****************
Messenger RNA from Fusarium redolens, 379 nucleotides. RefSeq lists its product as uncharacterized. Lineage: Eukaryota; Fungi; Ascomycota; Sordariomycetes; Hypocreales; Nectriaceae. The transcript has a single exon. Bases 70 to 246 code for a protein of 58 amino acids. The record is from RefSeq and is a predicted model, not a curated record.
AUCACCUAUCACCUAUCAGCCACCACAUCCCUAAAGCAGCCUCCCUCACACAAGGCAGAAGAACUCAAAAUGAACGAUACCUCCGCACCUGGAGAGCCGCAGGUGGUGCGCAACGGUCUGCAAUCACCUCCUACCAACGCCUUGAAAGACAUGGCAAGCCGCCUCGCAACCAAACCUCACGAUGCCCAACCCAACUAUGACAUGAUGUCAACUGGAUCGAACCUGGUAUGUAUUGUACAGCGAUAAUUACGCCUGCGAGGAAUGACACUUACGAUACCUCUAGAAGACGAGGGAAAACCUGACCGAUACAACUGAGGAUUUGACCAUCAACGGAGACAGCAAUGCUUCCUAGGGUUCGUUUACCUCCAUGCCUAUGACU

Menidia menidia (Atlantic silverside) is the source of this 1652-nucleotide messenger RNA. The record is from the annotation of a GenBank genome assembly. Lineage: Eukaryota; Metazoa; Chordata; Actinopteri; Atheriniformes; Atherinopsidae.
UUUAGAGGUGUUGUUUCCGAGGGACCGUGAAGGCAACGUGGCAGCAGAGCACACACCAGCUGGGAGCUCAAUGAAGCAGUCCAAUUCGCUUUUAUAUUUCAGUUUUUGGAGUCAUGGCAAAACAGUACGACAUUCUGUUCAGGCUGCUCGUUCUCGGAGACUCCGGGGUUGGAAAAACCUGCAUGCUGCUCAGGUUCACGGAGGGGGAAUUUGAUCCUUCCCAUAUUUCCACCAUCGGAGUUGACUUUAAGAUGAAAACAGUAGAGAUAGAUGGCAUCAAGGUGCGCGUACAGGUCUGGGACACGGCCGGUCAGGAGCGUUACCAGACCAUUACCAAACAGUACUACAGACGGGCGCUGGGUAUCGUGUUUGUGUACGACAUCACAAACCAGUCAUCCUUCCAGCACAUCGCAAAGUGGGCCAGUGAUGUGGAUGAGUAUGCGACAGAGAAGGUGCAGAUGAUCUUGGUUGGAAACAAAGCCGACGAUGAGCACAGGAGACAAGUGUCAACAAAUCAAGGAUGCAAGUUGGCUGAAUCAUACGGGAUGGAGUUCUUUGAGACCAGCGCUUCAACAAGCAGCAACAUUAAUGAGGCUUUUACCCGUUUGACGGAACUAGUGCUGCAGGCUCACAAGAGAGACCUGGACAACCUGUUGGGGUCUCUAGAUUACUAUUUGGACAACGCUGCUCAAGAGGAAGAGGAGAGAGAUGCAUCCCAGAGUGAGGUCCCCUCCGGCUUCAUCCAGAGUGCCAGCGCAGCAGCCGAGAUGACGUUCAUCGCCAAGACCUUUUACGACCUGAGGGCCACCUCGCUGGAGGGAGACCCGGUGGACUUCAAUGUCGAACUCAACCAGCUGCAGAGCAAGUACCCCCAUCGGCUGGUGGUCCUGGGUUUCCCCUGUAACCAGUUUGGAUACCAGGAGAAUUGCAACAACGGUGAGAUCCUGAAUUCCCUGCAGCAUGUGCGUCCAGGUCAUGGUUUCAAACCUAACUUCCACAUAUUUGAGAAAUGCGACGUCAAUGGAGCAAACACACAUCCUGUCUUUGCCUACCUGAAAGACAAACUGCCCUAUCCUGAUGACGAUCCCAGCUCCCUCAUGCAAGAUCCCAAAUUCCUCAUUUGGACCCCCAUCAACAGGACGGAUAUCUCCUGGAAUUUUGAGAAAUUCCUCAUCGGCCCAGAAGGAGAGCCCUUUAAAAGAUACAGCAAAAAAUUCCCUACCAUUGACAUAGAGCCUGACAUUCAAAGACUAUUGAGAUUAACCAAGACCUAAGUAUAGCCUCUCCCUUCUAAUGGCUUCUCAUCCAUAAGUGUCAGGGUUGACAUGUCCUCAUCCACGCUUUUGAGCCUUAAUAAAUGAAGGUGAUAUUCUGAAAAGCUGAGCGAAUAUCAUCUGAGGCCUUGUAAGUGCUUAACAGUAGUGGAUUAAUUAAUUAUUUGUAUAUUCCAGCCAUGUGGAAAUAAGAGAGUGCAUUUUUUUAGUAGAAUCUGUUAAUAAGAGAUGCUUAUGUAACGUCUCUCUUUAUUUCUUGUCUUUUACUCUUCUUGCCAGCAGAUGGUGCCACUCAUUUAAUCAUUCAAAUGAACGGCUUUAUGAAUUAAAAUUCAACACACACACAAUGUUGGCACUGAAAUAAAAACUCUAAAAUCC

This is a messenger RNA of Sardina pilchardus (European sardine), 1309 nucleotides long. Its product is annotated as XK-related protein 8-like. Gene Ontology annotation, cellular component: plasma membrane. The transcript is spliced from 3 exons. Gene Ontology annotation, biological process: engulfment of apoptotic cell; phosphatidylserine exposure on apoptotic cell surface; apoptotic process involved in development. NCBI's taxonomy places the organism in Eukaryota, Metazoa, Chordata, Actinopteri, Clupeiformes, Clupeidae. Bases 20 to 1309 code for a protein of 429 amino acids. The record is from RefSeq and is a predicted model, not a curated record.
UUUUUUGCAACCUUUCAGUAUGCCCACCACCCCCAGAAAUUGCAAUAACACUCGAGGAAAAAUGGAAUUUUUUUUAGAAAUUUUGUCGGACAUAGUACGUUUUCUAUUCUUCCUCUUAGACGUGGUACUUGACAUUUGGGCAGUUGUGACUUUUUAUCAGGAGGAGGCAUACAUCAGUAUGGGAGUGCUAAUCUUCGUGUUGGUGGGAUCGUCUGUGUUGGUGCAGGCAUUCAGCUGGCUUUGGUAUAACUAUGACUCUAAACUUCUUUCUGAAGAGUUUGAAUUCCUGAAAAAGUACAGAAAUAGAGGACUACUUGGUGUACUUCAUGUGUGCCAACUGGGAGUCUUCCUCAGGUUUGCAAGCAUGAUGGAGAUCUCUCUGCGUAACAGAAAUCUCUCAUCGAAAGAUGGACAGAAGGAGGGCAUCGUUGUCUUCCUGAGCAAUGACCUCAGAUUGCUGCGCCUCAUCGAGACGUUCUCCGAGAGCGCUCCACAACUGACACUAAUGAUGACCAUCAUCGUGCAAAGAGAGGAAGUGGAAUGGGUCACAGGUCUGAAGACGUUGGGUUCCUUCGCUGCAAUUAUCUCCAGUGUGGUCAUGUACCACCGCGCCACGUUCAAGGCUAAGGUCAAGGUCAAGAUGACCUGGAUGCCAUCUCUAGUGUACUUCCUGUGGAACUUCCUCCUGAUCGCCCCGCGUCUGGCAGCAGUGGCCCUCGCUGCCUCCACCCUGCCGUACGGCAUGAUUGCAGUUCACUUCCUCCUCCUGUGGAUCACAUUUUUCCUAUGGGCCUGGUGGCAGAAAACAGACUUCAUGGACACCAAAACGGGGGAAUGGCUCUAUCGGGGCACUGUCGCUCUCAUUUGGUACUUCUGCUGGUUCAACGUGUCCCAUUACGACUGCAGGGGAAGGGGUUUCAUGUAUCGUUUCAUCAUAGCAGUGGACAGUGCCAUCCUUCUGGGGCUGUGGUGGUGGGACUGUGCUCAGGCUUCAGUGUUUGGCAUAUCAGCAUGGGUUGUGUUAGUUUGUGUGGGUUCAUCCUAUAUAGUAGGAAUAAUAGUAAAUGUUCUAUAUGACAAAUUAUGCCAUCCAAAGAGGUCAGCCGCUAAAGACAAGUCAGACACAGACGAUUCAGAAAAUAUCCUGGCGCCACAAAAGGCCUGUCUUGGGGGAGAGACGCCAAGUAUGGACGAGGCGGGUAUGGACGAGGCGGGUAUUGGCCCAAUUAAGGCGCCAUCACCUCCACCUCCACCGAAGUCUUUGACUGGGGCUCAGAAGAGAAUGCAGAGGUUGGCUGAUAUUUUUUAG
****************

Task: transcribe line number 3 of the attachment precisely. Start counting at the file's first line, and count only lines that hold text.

Menidia menidia (Atlantic silverside) is the source of this 1652-nucleotide messenger RNA. The record is from the annotation of a GenBank genome assembly. Lineage: Eukaryota; Metazoa; Chordata; Actinopteri; Atheriniformes; Atherinopsidae.